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Why I Want to Work for You

The five consecutive top workplace awards provided the first clue. The first thirty seconds inside the carefully designed workspace off the beaten path in the City of Duluth, however, provided the confirming evidence. You can sense the culture of an organization when you enter its space. It’s in the air before the first employee greets you with eye contact and a smile. Walk a little further into the building and you’ll find that the most valuable square footage overlooking Lake Superior is not reserved for the Managing Partner of the firm and his leadership team – it is devoted to the rank and file and their customers. The first impression was only the beginning.

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Refreshing Your Team for the Next Round of Growth

After 15-20 years of schooling, an academic cycle is built into the rhythm of most of our lives. There is a beginning, middle, and an end followed by a period of regrouping. Activities ramp up, achieve a cadence, and eventually prepare for the next transition. The hands on the clock keep spinning as teams navigate the challenges of their circumstances. The ebbs and flows of these seasons are barely discernible but the transactions that define each cycle drive the team’s evolution. What propels your team’s growth in each stage?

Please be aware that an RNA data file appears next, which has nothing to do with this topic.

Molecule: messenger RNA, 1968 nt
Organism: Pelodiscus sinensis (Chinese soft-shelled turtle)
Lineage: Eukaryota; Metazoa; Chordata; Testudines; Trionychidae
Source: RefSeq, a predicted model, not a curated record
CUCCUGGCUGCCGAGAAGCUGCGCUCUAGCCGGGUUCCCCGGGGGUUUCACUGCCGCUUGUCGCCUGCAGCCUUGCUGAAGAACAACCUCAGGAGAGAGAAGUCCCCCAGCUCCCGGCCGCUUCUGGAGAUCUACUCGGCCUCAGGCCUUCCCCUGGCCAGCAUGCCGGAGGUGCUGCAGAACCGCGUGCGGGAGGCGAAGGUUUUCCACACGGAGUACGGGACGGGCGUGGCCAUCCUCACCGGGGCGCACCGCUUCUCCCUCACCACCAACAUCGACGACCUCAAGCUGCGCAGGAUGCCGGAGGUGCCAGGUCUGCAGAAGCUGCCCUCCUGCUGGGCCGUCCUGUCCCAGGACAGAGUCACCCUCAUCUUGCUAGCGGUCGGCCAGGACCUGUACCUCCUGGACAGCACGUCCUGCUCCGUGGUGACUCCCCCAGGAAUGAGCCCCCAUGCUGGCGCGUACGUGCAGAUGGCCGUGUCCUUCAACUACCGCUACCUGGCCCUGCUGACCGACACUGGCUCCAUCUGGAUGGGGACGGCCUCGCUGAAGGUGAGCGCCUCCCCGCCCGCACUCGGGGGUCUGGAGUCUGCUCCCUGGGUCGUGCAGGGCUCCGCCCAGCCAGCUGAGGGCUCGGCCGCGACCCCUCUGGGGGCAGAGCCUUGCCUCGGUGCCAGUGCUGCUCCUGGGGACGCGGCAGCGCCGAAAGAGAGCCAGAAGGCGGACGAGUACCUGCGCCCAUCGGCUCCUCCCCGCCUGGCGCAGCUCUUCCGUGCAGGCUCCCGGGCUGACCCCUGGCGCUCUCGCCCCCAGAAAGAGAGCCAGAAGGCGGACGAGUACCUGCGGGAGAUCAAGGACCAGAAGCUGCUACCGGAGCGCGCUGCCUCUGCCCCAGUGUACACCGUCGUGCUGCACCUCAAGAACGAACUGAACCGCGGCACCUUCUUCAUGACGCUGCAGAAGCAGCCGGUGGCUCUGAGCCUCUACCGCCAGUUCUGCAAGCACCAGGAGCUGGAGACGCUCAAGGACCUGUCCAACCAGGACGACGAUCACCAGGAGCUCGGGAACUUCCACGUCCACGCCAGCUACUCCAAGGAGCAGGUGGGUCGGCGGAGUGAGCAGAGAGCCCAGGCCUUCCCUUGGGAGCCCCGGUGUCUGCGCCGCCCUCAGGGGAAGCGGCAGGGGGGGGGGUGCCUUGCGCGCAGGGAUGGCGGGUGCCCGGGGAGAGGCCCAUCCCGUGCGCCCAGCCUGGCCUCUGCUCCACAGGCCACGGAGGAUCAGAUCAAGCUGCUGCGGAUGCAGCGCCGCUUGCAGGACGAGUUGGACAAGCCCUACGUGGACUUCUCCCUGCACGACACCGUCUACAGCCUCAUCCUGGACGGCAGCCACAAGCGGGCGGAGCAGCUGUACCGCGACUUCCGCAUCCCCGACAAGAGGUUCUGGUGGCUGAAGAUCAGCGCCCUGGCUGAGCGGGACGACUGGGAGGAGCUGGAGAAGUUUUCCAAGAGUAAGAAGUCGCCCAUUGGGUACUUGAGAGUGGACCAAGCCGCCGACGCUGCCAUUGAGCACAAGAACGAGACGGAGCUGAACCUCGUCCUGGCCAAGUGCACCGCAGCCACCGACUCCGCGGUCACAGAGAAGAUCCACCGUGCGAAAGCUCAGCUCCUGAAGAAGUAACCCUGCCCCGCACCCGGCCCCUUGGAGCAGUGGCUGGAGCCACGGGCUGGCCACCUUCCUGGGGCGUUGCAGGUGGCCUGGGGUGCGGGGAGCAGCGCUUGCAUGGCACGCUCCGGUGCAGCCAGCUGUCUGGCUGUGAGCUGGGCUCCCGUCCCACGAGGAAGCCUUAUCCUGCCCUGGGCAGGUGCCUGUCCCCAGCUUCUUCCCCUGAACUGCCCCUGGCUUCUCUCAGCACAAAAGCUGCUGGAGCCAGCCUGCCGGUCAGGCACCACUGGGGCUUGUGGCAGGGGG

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What Makes Organizations Thrive

What is the most basic recipe for creating and sustaining a healthy organization? Not surprisingly, it’s not much different than the path to a strong relationship: 1) Make an investment. 2) Build trust. 3) Sponsor growth. 4) Adapt to change. Here’s a quick primer on these four simple steps.

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The Team within the Team

As complicated as team dynamics can be, effective teamwork usually begins with simple relationship wellness. Teams are built on a foundation of interpersonal interaction. Communication is the action that multiplies the energy of the group. The health of the team is dependent on the quality of the exchange between its members. While some teams devote valuable time to the politics that often resemble the cliques in a high school cafeteria, other teams opt for clear, adult, mature, and productive give-and-take. Consider these seven drivers of constructive relationships:

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Why it is Difficult to Collaborate

As obvious as the benefits of teamwork might be, collaborating is difficult. Imagine what it would be like to enjoy the outcome of joining our talents without having to make the sacrifices required to share. Unfortunately, letting go of self-interest is a primary ingredient of the teamwork recipe. Sadly, working in silos is easier despite the subtraction of advantages that come from working together. Let’s look at the spectrum of hardships required for healthy collaboration.

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